2. I treat this, Cath, and Lyra’s Oxford, differently from the novels. They’re artefacts — the original hardbacks, that is, not the paperbacks — souvenirs, scrapbooks that happen to contain a tight little story that adds to the HDM world without being essential parts of it.

    Yes, they’re not as satisfying, I agree, and I’ve reread both to see if I was missing any quintessence, but I suspect there isn’t.

    Effectively they’re stepping stones between text novels and graphic novels, the latter genre being one that Pullman appears to enjoy.

    Liked by 4 people

    • I think you’re right, Chris. It is such a beautiful artefact, and as you say, a different style of reading is needed. I’ve not really got to grips with graphic novels yet, maybe I need to explore a little more. I was fond enough of comics, all those years ago when they weren’t considered ‘good’ reading.

      Liked by 1 person

      • There’s ‘graphic novels’ and there’s ‘graphic novels’, and like text novels (is that a suitable contradistinction?!) the range and quality is enormous.

        I’ve read and reviewed only a few so I’m no expert, but I have to say — seeing what you’ve just reviewed — that the adaptation of Pullman’s ‘Northern Lights’ was so-so (in that I’d rather read the original)** while his ‘The Adventures of John Blake’, specifically written to be a graphic novel was a much more handsome affair (though had mixed reviews from aficionados: https://wp.me/p2wf1i-35E).

        ** Jake Hayes of Tygertale reviews it here: https://wp.me/p2wf1i-19j

        Liked by 1 person

        • Thanks for that pointer, Chris. Just had a quick skim through the Jake Hayes review and I see what you mean. There’s a real charm to the extracts, that I’m prepared to be convinced. But I think I’ll look to start with something that’s intended as graphic, rather than an adaptation, so thanks (again) for the John Blake suggestion. I’ve still got a Christmas book-voucher to spend, maybe this is what I’ve been hoarding it for.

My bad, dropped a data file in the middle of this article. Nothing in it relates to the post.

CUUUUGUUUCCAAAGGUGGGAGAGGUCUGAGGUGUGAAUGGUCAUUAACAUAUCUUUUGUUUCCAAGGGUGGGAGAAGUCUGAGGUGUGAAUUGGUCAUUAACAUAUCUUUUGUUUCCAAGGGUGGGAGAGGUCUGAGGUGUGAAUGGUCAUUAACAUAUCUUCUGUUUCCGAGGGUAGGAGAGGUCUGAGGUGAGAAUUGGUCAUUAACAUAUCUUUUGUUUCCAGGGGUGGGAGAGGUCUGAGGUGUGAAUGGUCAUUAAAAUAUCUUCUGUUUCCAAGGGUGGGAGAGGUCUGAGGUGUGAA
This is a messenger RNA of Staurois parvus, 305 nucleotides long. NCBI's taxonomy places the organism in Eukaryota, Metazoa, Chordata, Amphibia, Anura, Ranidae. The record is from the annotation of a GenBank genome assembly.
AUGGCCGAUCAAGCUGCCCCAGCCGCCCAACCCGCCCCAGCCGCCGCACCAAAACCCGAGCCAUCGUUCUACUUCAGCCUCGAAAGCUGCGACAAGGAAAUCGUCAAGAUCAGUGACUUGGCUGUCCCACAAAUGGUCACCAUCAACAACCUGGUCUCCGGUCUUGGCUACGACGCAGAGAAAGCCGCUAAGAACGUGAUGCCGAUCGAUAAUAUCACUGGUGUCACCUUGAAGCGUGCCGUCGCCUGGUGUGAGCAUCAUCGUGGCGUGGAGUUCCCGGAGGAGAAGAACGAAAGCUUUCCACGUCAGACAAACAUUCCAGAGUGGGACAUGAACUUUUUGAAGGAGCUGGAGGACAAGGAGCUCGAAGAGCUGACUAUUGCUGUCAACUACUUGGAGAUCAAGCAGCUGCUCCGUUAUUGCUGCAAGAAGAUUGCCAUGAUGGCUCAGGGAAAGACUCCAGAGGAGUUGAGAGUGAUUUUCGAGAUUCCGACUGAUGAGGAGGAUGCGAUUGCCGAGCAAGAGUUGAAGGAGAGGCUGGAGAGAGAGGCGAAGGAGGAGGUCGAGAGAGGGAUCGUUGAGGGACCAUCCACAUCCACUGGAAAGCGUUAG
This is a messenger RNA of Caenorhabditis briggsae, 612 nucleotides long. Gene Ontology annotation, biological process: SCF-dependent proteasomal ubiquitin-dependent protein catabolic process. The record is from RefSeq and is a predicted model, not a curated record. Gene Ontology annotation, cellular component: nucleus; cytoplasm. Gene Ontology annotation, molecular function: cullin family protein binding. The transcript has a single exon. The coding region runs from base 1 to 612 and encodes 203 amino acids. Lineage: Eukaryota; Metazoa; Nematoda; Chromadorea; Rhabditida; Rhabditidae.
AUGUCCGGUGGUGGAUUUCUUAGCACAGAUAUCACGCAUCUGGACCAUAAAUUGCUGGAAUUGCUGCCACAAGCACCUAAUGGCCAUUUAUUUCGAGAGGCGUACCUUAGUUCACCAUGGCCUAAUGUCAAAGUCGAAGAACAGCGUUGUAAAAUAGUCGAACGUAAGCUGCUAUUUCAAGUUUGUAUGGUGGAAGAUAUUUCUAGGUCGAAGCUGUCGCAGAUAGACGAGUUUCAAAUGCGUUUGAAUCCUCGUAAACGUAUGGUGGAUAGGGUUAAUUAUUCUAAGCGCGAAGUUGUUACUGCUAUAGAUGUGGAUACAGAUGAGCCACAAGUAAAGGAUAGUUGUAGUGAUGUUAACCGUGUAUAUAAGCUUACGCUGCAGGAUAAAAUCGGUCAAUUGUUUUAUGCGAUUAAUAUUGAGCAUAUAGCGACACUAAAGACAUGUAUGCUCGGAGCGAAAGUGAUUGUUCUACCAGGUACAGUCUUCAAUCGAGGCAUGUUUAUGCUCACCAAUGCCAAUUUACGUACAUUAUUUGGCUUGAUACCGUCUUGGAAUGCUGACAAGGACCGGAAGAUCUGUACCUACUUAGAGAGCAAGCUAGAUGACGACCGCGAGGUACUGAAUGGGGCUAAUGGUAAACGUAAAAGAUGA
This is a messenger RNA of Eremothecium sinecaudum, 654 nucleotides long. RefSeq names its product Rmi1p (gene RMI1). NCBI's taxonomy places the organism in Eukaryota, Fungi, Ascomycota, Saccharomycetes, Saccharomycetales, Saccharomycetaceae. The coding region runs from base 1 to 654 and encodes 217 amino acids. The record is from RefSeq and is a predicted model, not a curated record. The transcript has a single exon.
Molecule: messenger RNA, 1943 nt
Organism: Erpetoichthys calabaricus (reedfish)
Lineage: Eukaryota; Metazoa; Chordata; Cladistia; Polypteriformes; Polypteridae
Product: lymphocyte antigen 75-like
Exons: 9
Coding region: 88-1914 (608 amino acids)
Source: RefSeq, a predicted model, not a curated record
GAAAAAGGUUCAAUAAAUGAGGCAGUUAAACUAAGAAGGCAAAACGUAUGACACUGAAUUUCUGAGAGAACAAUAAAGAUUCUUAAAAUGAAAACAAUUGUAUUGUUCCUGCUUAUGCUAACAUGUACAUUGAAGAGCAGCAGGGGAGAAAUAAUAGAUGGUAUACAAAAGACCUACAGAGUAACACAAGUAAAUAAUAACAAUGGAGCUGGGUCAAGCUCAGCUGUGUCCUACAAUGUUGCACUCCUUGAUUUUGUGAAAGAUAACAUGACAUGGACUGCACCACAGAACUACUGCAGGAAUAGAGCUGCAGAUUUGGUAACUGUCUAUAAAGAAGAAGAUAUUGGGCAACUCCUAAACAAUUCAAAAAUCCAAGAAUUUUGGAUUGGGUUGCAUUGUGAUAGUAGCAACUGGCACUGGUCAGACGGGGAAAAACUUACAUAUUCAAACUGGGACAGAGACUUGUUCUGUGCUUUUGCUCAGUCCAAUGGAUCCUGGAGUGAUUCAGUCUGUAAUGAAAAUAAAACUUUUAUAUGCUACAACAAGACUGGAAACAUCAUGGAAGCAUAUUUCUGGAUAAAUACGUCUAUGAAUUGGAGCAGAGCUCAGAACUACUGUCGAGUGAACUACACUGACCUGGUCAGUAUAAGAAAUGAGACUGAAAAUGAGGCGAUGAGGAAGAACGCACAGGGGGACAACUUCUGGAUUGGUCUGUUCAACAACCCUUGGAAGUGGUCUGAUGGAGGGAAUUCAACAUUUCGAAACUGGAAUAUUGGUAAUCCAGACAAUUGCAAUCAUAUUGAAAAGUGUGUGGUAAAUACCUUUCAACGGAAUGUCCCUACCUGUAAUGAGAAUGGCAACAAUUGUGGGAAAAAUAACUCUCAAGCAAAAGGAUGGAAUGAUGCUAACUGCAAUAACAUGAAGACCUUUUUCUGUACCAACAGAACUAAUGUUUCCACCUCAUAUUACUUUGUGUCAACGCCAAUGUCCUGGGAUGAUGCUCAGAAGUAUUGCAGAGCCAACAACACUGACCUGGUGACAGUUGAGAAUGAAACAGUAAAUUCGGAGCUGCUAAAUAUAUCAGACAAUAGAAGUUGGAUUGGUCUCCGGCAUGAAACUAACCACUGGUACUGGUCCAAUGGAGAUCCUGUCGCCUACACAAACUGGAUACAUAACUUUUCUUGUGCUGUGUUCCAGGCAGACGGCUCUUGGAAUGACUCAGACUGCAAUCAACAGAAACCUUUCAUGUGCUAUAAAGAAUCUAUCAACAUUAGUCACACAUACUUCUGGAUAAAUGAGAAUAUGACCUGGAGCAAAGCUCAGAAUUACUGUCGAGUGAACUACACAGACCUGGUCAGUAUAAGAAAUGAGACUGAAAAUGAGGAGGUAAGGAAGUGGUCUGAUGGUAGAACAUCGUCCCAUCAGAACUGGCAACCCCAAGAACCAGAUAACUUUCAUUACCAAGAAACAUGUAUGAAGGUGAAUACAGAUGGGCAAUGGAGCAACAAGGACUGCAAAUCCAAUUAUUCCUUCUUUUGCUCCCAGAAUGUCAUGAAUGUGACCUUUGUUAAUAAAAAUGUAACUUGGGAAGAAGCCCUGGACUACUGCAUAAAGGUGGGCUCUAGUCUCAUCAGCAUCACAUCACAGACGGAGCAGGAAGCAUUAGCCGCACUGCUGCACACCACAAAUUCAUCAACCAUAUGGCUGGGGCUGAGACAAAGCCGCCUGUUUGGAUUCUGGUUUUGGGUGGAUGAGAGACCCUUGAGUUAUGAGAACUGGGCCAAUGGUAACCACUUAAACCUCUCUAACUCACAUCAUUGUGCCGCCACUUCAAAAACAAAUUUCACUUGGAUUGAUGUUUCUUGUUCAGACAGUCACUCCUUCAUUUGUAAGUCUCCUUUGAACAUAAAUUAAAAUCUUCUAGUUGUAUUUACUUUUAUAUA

Liked by 1 person

  3. Maybe it didn’t live up to expectation because it was a prequel? They’re not supposed to stand on their own. I was certainly enticed to try his dark material even with the negative aspect of this little prequel.
    Congrats on completing your summer read!

    Liked by 3 people

    • Thank you, Paula. I do admit to feeling a little bit like a cheat, as once I’d read the first three books, I realised that half of my chosen titles were a lot shorter than I’d guessed – I didn’t check the font sizes, so I had more quick-reads than I intended.
      I’m guessing your challenge was a little more rigorous – and you did say there was flexibility in the rules, so maybe you’ll extend your deadline…

      Liked by 2 people

  4. Well done, Cath šŸ™‚ No great surprise (to me that is) that I am way off making my target even without the writing of reviews. I am so easily carried away by the prospect of making lists! That said, I’ve not done badly and I’ve read more so far this year than in the whole of last year so I’m happy enough.

    Liked by 3 people

    • Well done to you, too, then Sandra. I think it’s the quality of the reading that should count, in any challenge, and if we’re racing through just to reach the end of our list, then I’m sure our levels of engagement would suffer.

      I know what you mean about the making of lists, I love them.

      Liked by 2 people

  5. You did well Cath. Congrats. Never mind the fact some of the titles were shorter. It’s the making that time to read that counts. You’ve covered a huge amount of ground, made great choices and provided a lot of insight. All that takes time too.

    Liked by 1 person

  6. Well done on completing the challenge. I still have a long way to go. Not that I haven’t been reading, but I’ve been reading books that are not on my list. Isn’t the feel and look of a book nearly as satisfying as the contents? Like looking at and holding a work of art.

    Liked by 2 people

    • Thanks, Lynda. Maybe you should swop the ones you have read for the ones you were going to read…
      I think you’re right about the way to view some quality books. This one does feel like art, and in it’s way it was satisfying. My problem was in expecting it to be something it was never intended to be – that’ll teach me to be stubborn about checking out what I’m about to read.


  7. Hmmm. I’m intrigued by this prequel all the more from your words. Not that I’ll jump on it right now, but if I see it at the library, I won’t say no.

    I get your point about His Dark Materials, though. There’s something about having a story with much to say vs. simply having a story. It’s not that one’s better than the other, but it is a…a shift, esp when one *expects* one and gets the other. it’s a shift that’s not always wanted.

    Liked by 1 person